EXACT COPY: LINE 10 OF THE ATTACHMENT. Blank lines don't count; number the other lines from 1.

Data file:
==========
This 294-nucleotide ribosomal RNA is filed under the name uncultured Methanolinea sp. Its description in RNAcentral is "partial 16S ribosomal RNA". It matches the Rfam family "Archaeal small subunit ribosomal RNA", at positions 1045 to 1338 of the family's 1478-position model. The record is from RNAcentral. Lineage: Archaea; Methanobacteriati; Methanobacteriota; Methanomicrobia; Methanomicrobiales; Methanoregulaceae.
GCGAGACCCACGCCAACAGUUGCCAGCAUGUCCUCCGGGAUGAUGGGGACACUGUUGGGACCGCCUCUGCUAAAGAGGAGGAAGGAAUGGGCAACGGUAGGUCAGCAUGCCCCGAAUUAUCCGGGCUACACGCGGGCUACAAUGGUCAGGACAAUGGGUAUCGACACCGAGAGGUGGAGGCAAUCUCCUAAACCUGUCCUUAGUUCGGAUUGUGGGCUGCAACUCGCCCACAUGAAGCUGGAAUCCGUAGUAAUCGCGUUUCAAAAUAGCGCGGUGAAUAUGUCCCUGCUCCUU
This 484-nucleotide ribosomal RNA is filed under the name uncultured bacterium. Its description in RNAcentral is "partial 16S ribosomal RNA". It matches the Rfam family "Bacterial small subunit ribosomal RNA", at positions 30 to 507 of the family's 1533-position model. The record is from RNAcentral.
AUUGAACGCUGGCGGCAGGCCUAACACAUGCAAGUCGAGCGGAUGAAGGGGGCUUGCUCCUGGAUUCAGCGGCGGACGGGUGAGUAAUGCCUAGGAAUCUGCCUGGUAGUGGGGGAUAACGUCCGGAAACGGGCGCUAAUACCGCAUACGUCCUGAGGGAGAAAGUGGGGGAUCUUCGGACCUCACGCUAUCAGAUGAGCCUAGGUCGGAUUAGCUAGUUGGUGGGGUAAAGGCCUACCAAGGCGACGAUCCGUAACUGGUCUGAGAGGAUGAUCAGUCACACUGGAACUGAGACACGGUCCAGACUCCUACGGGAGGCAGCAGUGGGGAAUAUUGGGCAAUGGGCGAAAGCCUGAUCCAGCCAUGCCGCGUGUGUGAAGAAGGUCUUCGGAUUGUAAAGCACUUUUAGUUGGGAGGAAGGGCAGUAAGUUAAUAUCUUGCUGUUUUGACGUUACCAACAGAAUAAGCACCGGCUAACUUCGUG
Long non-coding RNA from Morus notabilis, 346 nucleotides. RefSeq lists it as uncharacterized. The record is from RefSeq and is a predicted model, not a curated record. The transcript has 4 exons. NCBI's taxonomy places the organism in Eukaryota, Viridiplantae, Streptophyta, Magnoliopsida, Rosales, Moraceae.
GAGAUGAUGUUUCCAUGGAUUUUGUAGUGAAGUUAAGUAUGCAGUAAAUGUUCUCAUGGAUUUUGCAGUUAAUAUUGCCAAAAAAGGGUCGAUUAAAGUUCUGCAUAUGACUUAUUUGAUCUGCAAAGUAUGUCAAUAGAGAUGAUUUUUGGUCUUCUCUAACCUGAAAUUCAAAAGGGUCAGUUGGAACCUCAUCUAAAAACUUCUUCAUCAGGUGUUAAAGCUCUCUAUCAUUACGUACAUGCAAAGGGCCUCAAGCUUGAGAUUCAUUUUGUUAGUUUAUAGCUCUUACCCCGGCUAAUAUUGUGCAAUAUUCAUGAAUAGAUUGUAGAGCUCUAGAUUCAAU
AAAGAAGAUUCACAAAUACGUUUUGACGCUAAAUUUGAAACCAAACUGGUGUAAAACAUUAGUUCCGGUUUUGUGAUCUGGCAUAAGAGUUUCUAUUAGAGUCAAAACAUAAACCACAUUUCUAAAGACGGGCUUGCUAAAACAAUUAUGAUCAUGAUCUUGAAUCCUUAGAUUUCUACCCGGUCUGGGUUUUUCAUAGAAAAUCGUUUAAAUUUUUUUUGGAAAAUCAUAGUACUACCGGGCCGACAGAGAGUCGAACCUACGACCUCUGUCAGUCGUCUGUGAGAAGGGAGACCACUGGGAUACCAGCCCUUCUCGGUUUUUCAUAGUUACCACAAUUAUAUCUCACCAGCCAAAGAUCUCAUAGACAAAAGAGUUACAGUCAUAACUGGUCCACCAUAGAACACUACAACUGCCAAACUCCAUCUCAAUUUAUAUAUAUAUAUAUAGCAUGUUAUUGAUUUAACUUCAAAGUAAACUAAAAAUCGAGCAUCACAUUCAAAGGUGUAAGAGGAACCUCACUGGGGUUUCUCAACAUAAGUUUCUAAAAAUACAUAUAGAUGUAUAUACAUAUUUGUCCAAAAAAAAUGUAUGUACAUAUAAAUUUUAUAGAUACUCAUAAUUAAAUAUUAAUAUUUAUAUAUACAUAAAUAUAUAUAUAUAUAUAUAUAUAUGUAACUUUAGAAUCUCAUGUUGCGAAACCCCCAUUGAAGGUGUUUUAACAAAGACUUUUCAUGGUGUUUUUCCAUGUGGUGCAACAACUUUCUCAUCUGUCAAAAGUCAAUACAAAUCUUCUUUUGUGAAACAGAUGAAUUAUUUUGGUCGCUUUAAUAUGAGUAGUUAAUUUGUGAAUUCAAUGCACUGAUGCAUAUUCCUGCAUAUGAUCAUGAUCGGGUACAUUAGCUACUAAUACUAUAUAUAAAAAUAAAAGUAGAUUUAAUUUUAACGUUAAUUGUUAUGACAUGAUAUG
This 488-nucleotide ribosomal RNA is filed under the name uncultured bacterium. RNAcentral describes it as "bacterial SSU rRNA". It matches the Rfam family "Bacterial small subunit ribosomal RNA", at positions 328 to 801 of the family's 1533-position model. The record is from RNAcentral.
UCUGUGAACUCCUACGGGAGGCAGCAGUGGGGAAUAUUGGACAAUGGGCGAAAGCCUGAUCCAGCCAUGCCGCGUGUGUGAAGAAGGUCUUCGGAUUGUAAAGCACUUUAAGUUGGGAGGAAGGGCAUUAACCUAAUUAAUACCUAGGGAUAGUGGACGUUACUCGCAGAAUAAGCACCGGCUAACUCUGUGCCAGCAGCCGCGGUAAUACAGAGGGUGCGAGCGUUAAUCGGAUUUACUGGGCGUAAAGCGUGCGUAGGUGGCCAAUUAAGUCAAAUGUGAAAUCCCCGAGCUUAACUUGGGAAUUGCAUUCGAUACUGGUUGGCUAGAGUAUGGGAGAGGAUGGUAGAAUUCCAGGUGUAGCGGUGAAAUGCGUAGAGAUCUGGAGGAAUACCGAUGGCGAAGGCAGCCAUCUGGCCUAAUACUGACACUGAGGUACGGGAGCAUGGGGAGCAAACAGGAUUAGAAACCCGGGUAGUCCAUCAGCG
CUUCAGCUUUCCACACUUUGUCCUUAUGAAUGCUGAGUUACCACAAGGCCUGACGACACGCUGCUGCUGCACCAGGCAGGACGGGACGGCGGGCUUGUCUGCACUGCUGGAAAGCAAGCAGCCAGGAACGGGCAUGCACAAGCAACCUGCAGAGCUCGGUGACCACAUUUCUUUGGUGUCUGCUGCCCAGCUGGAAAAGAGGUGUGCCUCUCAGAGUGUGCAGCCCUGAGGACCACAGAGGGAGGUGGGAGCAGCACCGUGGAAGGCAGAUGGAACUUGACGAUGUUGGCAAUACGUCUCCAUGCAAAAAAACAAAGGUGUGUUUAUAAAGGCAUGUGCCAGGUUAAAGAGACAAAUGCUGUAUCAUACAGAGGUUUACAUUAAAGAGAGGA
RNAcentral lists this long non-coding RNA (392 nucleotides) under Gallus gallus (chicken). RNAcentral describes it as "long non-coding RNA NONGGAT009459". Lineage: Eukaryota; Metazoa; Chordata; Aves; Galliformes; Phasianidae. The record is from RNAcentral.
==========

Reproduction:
CUUCAGCUUUCCACACUUUGUCCUUAUGAAUGCUGAGUUACCACAAGGCCUGACGACACGCUGCUGCUGCACCAGGCAGGACGGGACGGCGGGCUUGUCUGCACUGCUGGAAAGCAAGCAGCCAGGAACGGGCAUGCACAAGCAACCUGCAGAGCUCGGUGACCACAUUUCUUUGGUGUCUGCUGCCCAGCUGGAAAAGAGGUGUGCCUCUCAGAGUGUGCAGCCCUGAGGACCACAGAGGGAGGUGGGAGCAGCACCGUGGAAGGCAGAUGGAACUUGACGAUGUUGGCAAUACGUCUCCAUGCAAAAAAACAAAGGUGUGUUUAUAAAGGCAUGUGCCAGGUUAAAGAGACAAAUGCUGUAUCAUACAGAGGUUUACAUUAAAGAGAGGA